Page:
Last Updated on April 12, 2023 by Editorial Team
Author(s): Aditya Anil
Originally published on Towards AI.
Continuation of the previous post “Bill Gates Predictions for AI’s — Education and Risks” on Towards AI [+ Series Finale]
This is the 3rd issue as a continuation of my previous post titled — “Bill Gates Predictions for AI’s — Education and Risks” published on Towards AI, where I scrutinise and discuss about the famous 7-page-long letter by Bill Gates (The Age of AI has begun)
If you haven’t read the previous post, check it out here.
After examining each segment of the letter by Gates and giving my analysis and opinion, its finally the time to end the very long essay.
Here are the previous issues for your reference:
Bill Gates Predictions for AI’s — Education and Risks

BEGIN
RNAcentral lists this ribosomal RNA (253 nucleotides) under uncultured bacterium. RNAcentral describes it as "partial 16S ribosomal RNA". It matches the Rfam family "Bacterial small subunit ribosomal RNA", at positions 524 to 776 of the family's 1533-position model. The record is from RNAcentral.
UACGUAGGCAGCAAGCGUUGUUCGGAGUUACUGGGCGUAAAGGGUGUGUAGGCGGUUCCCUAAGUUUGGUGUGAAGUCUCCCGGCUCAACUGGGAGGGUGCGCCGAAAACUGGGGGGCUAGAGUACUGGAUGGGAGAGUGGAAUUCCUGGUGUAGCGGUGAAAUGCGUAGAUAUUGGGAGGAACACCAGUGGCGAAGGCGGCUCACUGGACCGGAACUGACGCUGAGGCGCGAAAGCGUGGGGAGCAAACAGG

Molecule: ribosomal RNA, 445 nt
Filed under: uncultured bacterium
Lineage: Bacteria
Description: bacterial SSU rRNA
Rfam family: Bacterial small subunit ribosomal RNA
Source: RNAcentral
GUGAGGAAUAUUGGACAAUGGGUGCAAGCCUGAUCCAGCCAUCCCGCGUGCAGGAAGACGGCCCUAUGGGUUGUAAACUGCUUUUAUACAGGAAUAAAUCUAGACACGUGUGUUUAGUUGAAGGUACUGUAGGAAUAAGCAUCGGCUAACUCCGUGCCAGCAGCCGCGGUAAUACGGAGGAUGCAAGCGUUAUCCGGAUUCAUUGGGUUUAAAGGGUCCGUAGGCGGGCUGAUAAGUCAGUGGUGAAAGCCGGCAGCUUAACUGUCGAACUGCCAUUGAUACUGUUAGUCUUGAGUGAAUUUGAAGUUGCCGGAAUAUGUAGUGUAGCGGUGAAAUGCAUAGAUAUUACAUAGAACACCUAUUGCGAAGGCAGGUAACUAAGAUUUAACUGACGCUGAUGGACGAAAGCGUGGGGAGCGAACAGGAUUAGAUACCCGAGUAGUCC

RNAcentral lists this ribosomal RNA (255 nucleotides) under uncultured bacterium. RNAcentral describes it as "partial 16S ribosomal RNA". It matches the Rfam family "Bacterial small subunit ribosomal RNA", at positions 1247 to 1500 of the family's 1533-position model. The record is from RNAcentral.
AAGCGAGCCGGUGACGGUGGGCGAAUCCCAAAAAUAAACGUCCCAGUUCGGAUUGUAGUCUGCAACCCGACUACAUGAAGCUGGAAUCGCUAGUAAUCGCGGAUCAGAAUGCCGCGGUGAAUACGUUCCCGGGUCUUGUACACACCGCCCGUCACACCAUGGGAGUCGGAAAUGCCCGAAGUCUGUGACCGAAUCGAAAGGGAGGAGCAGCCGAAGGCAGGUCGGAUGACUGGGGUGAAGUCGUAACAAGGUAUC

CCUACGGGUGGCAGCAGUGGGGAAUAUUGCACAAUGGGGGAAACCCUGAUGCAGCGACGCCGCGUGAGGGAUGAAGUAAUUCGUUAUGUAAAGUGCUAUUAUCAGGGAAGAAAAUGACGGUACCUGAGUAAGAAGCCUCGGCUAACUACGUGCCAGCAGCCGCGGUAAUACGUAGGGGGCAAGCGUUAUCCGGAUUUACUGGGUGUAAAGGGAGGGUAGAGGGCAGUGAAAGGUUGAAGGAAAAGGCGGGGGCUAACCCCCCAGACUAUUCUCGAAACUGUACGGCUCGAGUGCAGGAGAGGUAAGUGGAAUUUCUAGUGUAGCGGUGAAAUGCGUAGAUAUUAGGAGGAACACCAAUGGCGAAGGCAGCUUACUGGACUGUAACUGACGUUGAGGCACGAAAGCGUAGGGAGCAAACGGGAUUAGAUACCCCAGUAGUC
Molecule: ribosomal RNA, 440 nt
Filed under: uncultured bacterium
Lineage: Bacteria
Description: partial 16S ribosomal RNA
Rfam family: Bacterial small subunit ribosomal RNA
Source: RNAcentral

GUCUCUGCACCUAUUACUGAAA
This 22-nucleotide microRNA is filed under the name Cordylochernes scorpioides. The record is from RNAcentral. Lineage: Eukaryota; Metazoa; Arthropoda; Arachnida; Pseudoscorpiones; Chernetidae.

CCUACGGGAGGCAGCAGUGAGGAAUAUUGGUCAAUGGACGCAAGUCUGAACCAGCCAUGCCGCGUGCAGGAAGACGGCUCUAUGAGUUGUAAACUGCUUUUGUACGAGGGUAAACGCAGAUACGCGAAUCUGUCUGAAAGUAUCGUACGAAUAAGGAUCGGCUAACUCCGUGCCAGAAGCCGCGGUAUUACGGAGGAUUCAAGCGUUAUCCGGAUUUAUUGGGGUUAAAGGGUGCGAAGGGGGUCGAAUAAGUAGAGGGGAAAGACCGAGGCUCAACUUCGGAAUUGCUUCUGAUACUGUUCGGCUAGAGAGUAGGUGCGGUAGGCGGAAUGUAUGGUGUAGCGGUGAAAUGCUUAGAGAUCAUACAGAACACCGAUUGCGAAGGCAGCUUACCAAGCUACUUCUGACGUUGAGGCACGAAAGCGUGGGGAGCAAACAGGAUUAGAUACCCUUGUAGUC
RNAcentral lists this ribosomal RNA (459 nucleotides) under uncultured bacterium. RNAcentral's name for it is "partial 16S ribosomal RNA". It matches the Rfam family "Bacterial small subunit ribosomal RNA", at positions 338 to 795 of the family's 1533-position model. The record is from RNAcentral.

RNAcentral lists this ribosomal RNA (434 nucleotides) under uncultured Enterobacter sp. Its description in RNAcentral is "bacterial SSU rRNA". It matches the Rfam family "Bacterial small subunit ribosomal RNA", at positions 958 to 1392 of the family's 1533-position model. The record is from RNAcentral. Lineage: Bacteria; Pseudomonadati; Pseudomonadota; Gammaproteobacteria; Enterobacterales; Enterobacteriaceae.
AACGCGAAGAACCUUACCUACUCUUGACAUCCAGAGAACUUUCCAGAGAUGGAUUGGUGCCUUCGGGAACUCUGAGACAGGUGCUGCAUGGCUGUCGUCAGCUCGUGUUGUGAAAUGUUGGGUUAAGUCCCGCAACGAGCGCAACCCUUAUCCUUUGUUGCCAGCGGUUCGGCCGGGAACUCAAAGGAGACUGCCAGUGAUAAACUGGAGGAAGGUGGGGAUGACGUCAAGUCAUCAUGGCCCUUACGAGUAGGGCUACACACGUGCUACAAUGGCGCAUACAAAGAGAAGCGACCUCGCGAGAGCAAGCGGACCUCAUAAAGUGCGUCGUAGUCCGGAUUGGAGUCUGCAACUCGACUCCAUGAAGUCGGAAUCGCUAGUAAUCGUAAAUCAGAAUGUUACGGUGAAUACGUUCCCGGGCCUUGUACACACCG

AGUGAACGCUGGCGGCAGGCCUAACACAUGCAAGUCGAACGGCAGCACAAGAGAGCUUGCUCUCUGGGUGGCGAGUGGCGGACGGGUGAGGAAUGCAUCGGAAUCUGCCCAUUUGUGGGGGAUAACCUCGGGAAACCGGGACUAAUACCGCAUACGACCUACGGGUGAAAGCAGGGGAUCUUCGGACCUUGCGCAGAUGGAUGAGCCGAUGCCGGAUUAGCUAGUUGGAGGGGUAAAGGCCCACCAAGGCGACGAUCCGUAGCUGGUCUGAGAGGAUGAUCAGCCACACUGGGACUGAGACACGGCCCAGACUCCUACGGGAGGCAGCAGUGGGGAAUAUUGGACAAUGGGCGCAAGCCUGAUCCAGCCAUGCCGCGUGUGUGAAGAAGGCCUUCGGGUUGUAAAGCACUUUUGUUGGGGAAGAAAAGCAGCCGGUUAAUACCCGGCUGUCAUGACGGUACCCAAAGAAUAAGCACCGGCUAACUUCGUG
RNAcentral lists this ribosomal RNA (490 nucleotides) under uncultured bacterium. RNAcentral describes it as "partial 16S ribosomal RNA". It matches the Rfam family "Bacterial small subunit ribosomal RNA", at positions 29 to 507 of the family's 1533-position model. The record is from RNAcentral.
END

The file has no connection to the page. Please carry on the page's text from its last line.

Continuation of previous post “Bill Gates Predictions for AI’s — Productivity and Health” on Towards AI
Bill Gates Predictions for AI’s — Productivity and Health
Bill Gates published a 7-page letter about AI and his predictions for its future in his blog- GatesNote
And with that out of the way, let’s jump into the 3rd and final issue in this series –
The next frontiers
In this conclusive section, Gates shares his hopes and ‘predictions’ for AI in the upcoming years. According to him (and many other AI enthusiasts), AI will create a plethora of different companies working on new use cases of AI in their products or services. Companies (like NVidia) are developing new chips that will not only help provide massive amounts of processing powers needed for artificial intelligence but also focus on reducing energy consumption — essentially making them effective.
Gates also points out a big question in these special AIs, would we need many special AIs to do our different tasks (like one for education, another for office productivity) or would there be an AGI that could do all these tasks? In my opinion, AGI is still far, so for right now, we would probably need special AI to do specific tasks. However, as Gates pointed out, there will be immense competition by companies nonetheless.